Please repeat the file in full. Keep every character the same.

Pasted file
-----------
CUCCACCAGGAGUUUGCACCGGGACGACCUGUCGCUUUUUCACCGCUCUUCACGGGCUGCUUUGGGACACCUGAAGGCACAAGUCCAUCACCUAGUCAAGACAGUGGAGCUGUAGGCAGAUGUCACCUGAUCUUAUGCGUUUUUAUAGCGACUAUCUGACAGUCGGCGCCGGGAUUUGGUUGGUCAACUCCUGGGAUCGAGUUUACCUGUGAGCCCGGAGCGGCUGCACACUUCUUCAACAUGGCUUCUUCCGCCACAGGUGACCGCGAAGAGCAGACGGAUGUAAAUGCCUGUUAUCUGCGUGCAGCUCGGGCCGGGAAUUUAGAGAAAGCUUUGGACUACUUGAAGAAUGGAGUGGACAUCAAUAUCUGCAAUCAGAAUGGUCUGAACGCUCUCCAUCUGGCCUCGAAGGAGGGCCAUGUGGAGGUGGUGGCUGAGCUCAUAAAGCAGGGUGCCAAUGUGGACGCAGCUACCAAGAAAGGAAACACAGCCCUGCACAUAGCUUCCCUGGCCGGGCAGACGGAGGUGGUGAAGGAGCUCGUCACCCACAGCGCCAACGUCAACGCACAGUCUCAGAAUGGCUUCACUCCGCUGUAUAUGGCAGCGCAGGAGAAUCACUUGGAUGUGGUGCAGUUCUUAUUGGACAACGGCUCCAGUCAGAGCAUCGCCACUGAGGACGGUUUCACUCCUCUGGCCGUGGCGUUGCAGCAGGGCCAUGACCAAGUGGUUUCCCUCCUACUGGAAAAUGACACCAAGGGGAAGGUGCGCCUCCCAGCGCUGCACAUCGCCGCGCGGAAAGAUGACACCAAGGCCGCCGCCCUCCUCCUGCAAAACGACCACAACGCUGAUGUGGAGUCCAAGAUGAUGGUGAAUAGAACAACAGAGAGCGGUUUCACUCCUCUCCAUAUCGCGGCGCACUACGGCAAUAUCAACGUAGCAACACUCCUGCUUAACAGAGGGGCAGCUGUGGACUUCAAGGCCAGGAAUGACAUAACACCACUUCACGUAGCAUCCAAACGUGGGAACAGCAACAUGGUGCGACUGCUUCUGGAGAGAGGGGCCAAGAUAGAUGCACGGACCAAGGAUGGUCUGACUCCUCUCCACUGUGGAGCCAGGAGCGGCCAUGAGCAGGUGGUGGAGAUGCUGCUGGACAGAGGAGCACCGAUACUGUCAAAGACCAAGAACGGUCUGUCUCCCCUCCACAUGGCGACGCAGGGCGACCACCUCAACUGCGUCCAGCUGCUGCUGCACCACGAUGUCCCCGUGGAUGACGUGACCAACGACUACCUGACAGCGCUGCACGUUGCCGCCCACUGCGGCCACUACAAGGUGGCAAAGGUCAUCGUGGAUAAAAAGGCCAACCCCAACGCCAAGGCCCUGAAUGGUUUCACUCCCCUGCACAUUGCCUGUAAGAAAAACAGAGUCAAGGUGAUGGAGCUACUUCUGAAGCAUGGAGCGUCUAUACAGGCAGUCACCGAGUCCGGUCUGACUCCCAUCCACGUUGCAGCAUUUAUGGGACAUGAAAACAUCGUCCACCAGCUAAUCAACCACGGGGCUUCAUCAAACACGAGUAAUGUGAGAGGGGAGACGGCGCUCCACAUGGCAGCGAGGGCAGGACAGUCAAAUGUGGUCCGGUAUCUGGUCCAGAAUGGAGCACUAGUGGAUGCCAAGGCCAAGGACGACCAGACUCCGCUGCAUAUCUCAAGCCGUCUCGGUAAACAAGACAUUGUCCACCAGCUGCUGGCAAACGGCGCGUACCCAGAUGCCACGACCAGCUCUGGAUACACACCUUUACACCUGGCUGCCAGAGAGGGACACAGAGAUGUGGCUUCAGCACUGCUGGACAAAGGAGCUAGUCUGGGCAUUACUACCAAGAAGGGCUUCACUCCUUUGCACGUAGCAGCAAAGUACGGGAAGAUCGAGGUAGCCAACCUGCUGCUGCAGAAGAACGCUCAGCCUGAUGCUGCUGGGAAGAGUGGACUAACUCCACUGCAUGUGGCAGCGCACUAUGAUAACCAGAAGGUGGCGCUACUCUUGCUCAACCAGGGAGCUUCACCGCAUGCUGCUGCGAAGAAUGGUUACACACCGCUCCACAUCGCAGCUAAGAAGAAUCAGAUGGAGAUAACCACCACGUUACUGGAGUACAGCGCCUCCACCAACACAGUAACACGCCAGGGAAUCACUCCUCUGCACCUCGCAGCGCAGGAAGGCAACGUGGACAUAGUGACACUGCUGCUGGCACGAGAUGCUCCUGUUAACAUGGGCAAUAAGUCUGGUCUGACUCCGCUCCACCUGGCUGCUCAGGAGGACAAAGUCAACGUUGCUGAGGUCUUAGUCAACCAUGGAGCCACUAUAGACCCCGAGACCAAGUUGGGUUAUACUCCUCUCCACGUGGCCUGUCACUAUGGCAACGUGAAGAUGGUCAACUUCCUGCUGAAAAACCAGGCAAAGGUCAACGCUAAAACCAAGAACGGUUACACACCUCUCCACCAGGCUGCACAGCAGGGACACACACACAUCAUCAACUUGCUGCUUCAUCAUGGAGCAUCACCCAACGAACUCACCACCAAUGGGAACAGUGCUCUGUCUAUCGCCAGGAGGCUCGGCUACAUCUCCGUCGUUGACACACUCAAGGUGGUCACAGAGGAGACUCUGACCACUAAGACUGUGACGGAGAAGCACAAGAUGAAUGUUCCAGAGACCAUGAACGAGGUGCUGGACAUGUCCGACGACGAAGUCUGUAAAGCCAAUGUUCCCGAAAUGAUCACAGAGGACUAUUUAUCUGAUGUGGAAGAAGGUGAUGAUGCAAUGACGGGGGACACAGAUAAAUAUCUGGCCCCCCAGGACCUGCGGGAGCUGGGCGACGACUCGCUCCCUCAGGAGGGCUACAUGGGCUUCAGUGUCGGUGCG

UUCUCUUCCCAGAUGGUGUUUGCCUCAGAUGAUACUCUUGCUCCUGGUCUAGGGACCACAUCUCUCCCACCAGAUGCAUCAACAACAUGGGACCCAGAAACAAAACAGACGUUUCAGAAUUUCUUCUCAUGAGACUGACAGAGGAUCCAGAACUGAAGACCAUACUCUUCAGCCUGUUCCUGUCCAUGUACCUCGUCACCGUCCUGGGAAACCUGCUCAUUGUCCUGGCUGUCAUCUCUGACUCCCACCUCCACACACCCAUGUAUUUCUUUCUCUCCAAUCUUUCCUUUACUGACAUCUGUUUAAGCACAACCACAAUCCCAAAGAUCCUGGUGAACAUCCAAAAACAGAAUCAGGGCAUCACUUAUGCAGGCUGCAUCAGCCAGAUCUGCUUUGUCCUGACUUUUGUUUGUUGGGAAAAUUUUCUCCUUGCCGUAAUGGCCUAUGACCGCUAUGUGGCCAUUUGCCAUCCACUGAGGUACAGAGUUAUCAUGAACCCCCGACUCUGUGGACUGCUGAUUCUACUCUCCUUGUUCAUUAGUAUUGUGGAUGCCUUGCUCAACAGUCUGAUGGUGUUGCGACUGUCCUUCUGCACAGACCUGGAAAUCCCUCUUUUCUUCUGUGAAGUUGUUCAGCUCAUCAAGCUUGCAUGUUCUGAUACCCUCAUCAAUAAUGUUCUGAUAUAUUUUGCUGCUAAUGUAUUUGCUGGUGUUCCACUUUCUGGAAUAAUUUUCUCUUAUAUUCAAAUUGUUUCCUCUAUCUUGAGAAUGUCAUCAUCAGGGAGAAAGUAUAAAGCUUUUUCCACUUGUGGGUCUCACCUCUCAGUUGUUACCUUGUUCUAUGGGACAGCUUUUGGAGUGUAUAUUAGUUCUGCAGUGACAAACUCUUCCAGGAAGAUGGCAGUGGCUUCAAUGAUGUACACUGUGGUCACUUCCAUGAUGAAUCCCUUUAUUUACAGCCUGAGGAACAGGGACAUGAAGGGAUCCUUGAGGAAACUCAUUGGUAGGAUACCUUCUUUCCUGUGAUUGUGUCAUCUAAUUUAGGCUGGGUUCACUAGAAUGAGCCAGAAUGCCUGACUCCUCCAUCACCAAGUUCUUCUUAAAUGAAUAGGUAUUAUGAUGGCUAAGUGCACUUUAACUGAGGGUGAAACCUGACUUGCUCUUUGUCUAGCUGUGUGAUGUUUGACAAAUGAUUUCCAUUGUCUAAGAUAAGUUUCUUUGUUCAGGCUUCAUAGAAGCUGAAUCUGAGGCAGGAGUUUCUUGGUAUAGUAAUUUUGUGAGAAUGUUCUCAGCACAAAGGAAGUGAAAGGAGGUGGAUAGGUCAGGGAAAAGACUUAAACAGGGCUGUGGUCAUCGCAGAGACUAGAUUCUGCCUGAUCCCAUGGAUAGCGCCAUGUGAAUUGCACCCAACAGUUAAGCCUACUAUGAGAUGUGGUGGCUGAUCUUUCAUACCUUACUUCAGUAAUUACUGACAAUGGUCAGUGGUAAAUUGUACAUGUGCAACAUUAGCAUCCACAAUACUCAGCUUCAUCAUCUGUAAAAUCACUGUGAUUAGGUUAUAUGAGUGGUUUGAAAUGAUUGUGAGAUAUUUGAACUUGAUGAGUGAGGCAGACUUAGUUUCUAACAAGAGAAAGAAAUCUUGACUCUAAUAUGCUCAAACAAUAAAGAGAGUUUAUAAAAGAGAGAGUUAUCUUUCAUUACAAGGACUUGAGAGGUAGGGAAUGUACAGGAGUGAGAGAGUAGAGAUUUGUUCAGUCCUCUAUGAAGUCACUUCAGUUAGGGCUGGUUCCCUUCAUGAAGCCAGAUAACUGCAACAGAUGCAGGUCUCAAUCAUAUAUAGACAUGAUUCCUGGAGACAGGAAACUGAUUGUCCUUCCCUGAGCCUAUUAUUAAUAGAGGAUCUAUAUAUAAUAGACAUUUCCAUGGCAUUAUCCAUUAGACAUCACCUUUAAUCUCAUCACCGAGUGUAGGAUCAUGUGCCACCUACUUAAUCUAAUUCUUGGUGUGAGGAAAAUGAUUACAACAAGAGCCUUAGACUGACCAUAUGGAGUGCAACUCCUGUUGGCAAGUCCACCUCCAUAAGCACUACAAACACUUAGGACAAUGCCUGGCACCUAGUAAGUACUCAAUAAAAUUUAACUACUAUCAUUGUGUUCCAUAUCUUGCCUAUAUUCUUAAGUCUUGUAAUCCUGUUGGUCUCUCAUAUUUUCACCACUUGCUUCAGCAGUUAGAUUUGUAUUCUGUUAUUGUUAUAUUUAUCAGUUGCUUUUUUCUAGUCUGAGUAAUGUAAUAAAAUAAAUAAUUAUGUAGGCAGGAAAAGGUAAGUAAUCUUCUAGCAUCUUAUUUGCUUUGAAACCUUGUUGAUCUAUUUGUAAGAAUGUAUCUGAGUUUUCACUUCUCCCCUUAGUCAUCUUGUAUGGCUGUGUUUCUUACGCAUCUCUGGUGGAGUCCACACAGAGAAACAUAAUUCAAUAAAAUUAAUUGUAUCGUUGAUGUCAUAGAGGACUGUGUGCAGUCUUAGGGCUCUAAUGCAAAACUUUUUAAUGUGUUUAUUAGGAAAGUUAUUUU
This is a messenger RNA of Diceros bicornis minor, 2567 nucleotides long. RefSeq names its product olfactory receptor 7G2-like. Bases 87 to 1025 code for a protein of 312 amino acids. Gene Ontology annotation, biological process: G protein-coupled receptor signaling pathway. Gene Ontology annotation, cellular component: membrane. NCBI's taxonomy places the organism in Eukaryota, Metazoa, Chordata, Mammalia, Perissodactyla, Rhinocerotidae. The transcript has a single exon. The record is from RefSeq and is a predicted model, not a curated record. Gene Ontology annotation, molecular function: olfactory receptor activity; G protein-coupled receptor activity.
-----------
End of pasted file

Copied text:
CUCCACCAGGAGUUUGCACCGGGACGACCUGUCGCUUUUUCACCGCUCUUCACGGGCUGCUUUGGGACACCUGAAGGCACAAGUCCAUCACCUAGUCAAGACAGUGGAGCUGUAGGCAGAUGUCACCUGAUCUUAUGCGUUUUUAUAGCGACUAUCUGACAGUCGGCGCCGGGAUUUGGUUGGUCAACUCCUGGGAUCGAGUUUACCUGUGAGCCCGGAGCGGCUGCACACUUCUUCAACAUGGCUUCUUCCGCCACAGGUGACCGCGAAGAGCAGACGGAUGUAAAUGCCUGUUAUCUGCGUGCAGCUCGGGCCGGGAAUUUAGAGAAAGCUUUGGACUACUUGAAGAAUGGAGUGGACAUCAAUAUCUGCAAUCAGAAUGGUCUGAACGCUCUCCAUCUGGCCUCGAAGGAGGGCCAUGUGGAGGUGGUGGCUGAGCUCAUAAAGCAGGGUGCCAAUGUGGACGCAGCUACCAAGAAAGGAAACACAGCCCUGCACAUAGCUUCCCUGGCCGGGCAGACGGAGGUGGUGAAGGAGCUCGUCACCCACAGCGCCAACGUCAACGCACAGUCUCAGAAUGGCUUCACUCCGCUGUAUAUGGCAGCGCAGGAGAAUCACUUGGAUGUGGUGCAGUUCUUAUUGGACAACGGCUCCAGUCAGAGCAUCGCCACUGAGGACGGUUUCACUCCUCUGGCCGUGGCGUUGCAGCAGGGCCAUGACCAAGUGGUUUCCCUCCUACUGGAAAAUGACACCAAGGGGAAGGUGCGCCUCCCAGCGCUGCACAUCGCCGCGCGGAAAGAUGACACCAAGGCCGCCGCCCUCCUCCUGCAAAACGACCACAACGCUGAUGUGGAGUCCAAGAUGAUGGUGAAUAGAACAACAGAGAGCGGUUUCACUCCUCUCCAUAUCGCGGCGCACUACGGCAAUAUCAACGUAGCAACACUCCUGCUUAACAGAGGGGCAGCUGUGGACUUCAAGGCCAGGAAUGACAUAACACCACUUCACGUAGCAUCCAAACGUGGGAACAGCAACAUGGUGCGACUGCUUCUGGAGAGAGGGGCCAAGAUAGAUGCACGGACCAAGGAUGGUCUGACUCCUCUCCACUGUGGAGCCAGGAGCGGCCAUGAGCAGGUGGUGGAGAUGCUGCUGGACAGAGGAGCACCGAUACUGUCAAAGACCAAGAACGGUCUGUCUCCCCUCCACAUGGCGACGCAGGGCGACCACCUCAACUGCGUCCAGCUGCUGCUGCACCACGAUGUCCCCGUGGAUGACGUGACCAACGACUACCUGACAGCGCUGCACGUUGCCGCCCACUGCGGCCACUACAAGGUGGCAAAGGUCAUCGUGGAUAAAAAGGCCAACCCCAACGCCAAGGCCCUGAAUGGUUUCACUCCCCUGCACAUUGCCUGUAAGAAAAACAGAGUCAAGGUGAUGGAGCUACUUCUGAAGCAUGGAGCGUCUAUACAGGCAGUCACCGAGUCCGGUCUGACUCCCAUCCACGUUGCAGCAUUUAUGGGACAUGAAAACAUCGUCCACCAGCUAAUCAACCACGGGGCUUCAUCAAACACGAGUAAUGUGAGAGGGGAGACGGCGCUCCACAUGGCAGCGAGGGCAGGACAGUCAAAUGUGGUCCGGUAUCUGGUCCAGAAUGGAGCACUAGUGGAUGCCAAGGCCAAGGACGACCAGACUCCGCUGCAUAUCUCAAGCCGUCUCGGUAAACAAGACAUUGUCCACCAGCUGCUGGCAAACGGCGCGUACCCAGAUGCCACGACCAGCUCUGGAUACACACCUUUACACCUGGCUGCCAGAGAGGGACACAGAGAUGUGGCUUCAGCACUGCUGGACAAAGGAGCUAGUCUGGGCAUUACUACCAAGAAGGGCUUCACUCCUUUGCACGUAGCAGCAAAGUACGGGAAGAUCGAGGUAGCCAACCUGCUGCUGCAGAAGAACGCUCAGCCUGAUGCUGCUGGGAAGAGUGGACUAACUCCACUGCAUGUGGCAGCGCACUAUGAUAACCAGAAGGUGGCGCUACUCUUGCUCAACCAGGGAGCUUCACCGCAUGCUGCUGCGAAGAAUGGUUACACACCGCUCCACAUCGCAGCUAAGAAGAAUCAGAUGGAGAUAACCACCACGUUACUGGAGUACAGCGCCUCCACCAACACAGUAACACGCCAGGGAAUCACUCCUCUGCACCUCGCAGCGCAGGAAGGCAACGUGGACAUAGUGACACUGCUGCUGGCACGAGAUGCUCCUGUUAACAUGGGCAAUAAGUCUGGUCUGACUCCGCUCCACCUGGCUGCUCAGGAGGACAAAGUCAACGUUGCUGAGGUCUUAGUCAACCAUGGAGCCACUAUAGACCCCGAGACCAAGUUGGGUUAUACUCCUCUCCACGUGGCCUGUCACUAUGGCAACGUGAAGAUGGUCAACUUCCUGCUGAAAAACCAGGCAAAGGUCAACGCUAAAACCAAGAACGGUUACACACCUCUCCACCAGGCUGCACAGCAGGGACACACACACAUCAUCAACUUGCUGCUUCAUCAUGGAGCAUCACCCAACGAACUCACCACCAAUGGGAACAGUGCUCUGUCUAUCGCCAGGAGGCUCGGCUACAUCUCCGUCGUUGACACACUCAAGGUGGUCACAGAGGAGACUCUGACCACUAAGACUGUGACGGAGAAGCACAAGAUGAAUGUUCCAGAGACCAUGAACGAGGUGCUGGACAUGUCCGACGACGAAGUCUGUAAAGCCAAUGUUCCCGAAAUGAUCACAGAGGACUAUUUAUCUGAUGUGGAAGAAGGUGAUGAUGCAAUGACGGGGGACACAGAUAAAUAUCUGGCCCCCCAGGACCUGCGGGAGCUGGGCGACGACUCGCUCCCUCAGGAGGGCUACAUGGGCUUCAGUGUCGGUGCG

UUCUCUUCCCAGAUGGUGUUUGCCUCAGAUGAUACUCUUGCUCCUGGUCUAGGGACCACAUCUCUCCCACCAGAUGCAUCAACAACAUGGGACCCAGAAACAAAACAGACGUUUCAGAAUUUCUUCUCAUGAGACUGACAGAGGAUCCAGAACUGAAGACCAUACUCUUCAGCCUGUUCCUGUCCAUGUACCUCGUCACCGUCCUGGGAAACCUGCUCAUUGUCCUGGCUGUCAUCUCUGACUCCCACCUCCACACACCCAUGUAUUUCUUUCUCUCCAAUCUUUCCUUUACUGACAUCUGUUUAAGCACAACCACAAUCCCAAAGAUCCUGGUGAACAUCCAAAAACAGAAUCAGGGCAUCACUUAUGCAGGCUGCAUCAGCCAGAUCUGCUUUGUCCUGACUUUUGUUUGUUGGGAAAAUUUUCUCCUUGCCGUAAUGGCCUAUGACCGCUAUGUGGCCAUUUGCCAUCCACUGAGGUACAGAGUUAUCAUGAACCCCCGACUCUGUGGACUGCUGAUUCUACUCUCCUUGUUCAUUAGUAUUGUGGAUGCCUUGCUCAACAGUCUGAUGGUGUUGCGACUGUCCUUCUGCACAGACCUGGAAAUCCCUCUUUUCUUCUGUGAAGUUGUUCAGCUCAUCAAGCUUGCAUGUUCUGAUACCCUCAUCAAUAAUGUUCUGAUAUAUUUUGCUGCUAAUGUAUUUGCUGGUGUUCCACUUUCUGGAAUAAUUUUCUCUUAUAUUCAAAUUGUUUCCUCUAUCUUGAGAAUGUCAUCAUCAGGGAGAAAGUAUAAAGCUUUUUCCACUUGUGGGUCUCACCUCUCAGUUGUUACCUUGUUCUAUGGGACAGCUUUUGGAGUGUAUAUUAGUUCUGCAGUGACAAACUCUUCCAGGAAGAUGGCAGUGGCUUCAAUGAUGUACACUGUGGUCACUUCCAUGAUGAAUCCCUUUAUUUACAGCCUGAGGAACAGGGACAUGAAGGGAUCCUUGAGGAAACUCAUUGGUAGGAUACCUUCUUUCCUGUGAUUGUGUCAUCUAAUUUAGGCUGGGUUCACUAGAAUGAGCCAGAAUGCCUGACUCCUCCAUCACCAAGUUCUUCUUAAAUGAAUAGGUAUUAUGAUGGCUAAGUGCACUUUAACUGAGGGUGAAACCUGACUUGCUCUUUGUCUAGCUGUGUGAUGUUUGACAAAUGAUUUCCAUUGUCUAAGAUAAGUUUCUUUGUUCAGGCUUCAUAGAAGCUGAAUCUGAGGCAGGAGUUUCUUGGUAUAGUAAUUUUGUGAGAAUGUUCUCAGCACAAAGGAAGUGAAAGGAGGUGGAUAGGUCAGGGAAAAGACUUAAACAGGGCUGUGGUCAUCGCAGAGACUAGAUUCUGCCUGAUCCCAUGGAUAGCGCCAUGUGAAUUGCACCCAACAGUUAAGCCUACUAUGAGAUGUGGUGGCUGAUCUUUCAUACCUUACUUCAGUAAUUACUGACAAUGGUCAGUGGUAAAUUGUACAUGUGCAACAUUAGCAUCCACAAUACUCAGCUUCAUCAUCUGUAAAAUCACUGUGAUUAGGUUAUAUGAGUGGUUUGAAAUGAUUGUGAGAUAUUUGAACUUGAUGAGUGAGGCAGACUUAGUUUCUAACAAGAGAAAGAAAUCUUGACUCUAAUAUGCUCAAACAAUAAAGAGAGUUUAUAAAAGAGAGAGUUAUCUUUCAUUACAAGGACUUGAGAGGUAGGGAAUGUACAGGAGUGAGAGAGUAGAGAUUUGUUCAGUCCUCUAUGAAGUCACUUCAGUUAGGGCUGGUUCCCUUCAUGAAGCCAGAUAACUGCAACAGAUGCAGGUCUCAAUCAUAUAUAGACAUGAUUCCUGGAGACAGGAAACUGAUUGUCCUUCCCUGAGCCUAUUAUUAAUAGAGGAUCUAUAUAUAAUAGACAUUUCCAUGGCAUUAUCCAUUAGACAUCACCUUUAAUCUCAUCACCGAGUGUAGGAUCAUGUGCCACCUACUUAAUCUAAUUCUUGGUGUGAGGAAAAUGAUUACAACAAGAGCCUUAGACUGACCAUAUGGAGUGCAACUCCUGUUGGCAAGUCCACCUCCAUAAGCACUACAAACACUUAGGACAAUGCCUGGCACCUAGUAAGUACUCAAUAAAAUUUAACUACUAUCAUUGUGUUCCAUAUCUUGCCUAUAUUCUUAAGUCUUGUAAUCCUGUUGGUCUCUCAUAUUUUCACCACUUGCUUCAGCAGUUAGAUUUGUAUUCUGUUAUUGUUAUAUUUAUCAGUUGCUUUUUUCUAGUCUGAGUAAUGUAAUAAAAUAAAUAAUUAUGUAGGCAGGAAAAGGUAAGUAAUCUUCUAGCAUCUUAUUUGCUUUGAAACCUUGUUGAUCUAUUUGUAAGAAUGUAUCUGAGUUUUCACUUCUCCCCUUAGUCAUCUUGUAUGGCUGUGUUUCUUACGCAUCUCUGGUGGAGUCCACACAGAGAAACAUAAUUCAAUAAAAUUAAUUGUAUCGUUGAUGUCAUAGAGGACUGUGUGCAGUCUUAGGGCUCUAAUGCAAAACUUUUUAAUGUGUUUAUUAGGAAAGUUAUUUU
This is a messenger RNA of Diceros bicornis minor, 2567 nucleotides long. RefSeq names its product olfactory receptor 7G2-like. Bases 87 to 1025 code for a protein of 312 amino acids. Gene Ontology annotation, biological process: G protein-coupled receptor signaling pathway. Gene Ontology annotation, cellular component: membrane. NCBI's taxonomy places the organism in Eukaryota, Metazoa, Chordata, Mammalia, Perissodactyla, Rhinocerotidae. The transcript has a single exon. The record is from RefSeq and is a predicted model, not a curated record. Gene Ontology annotation, molecular function: olfactory receptor activity; G protein-coupled receptor activity.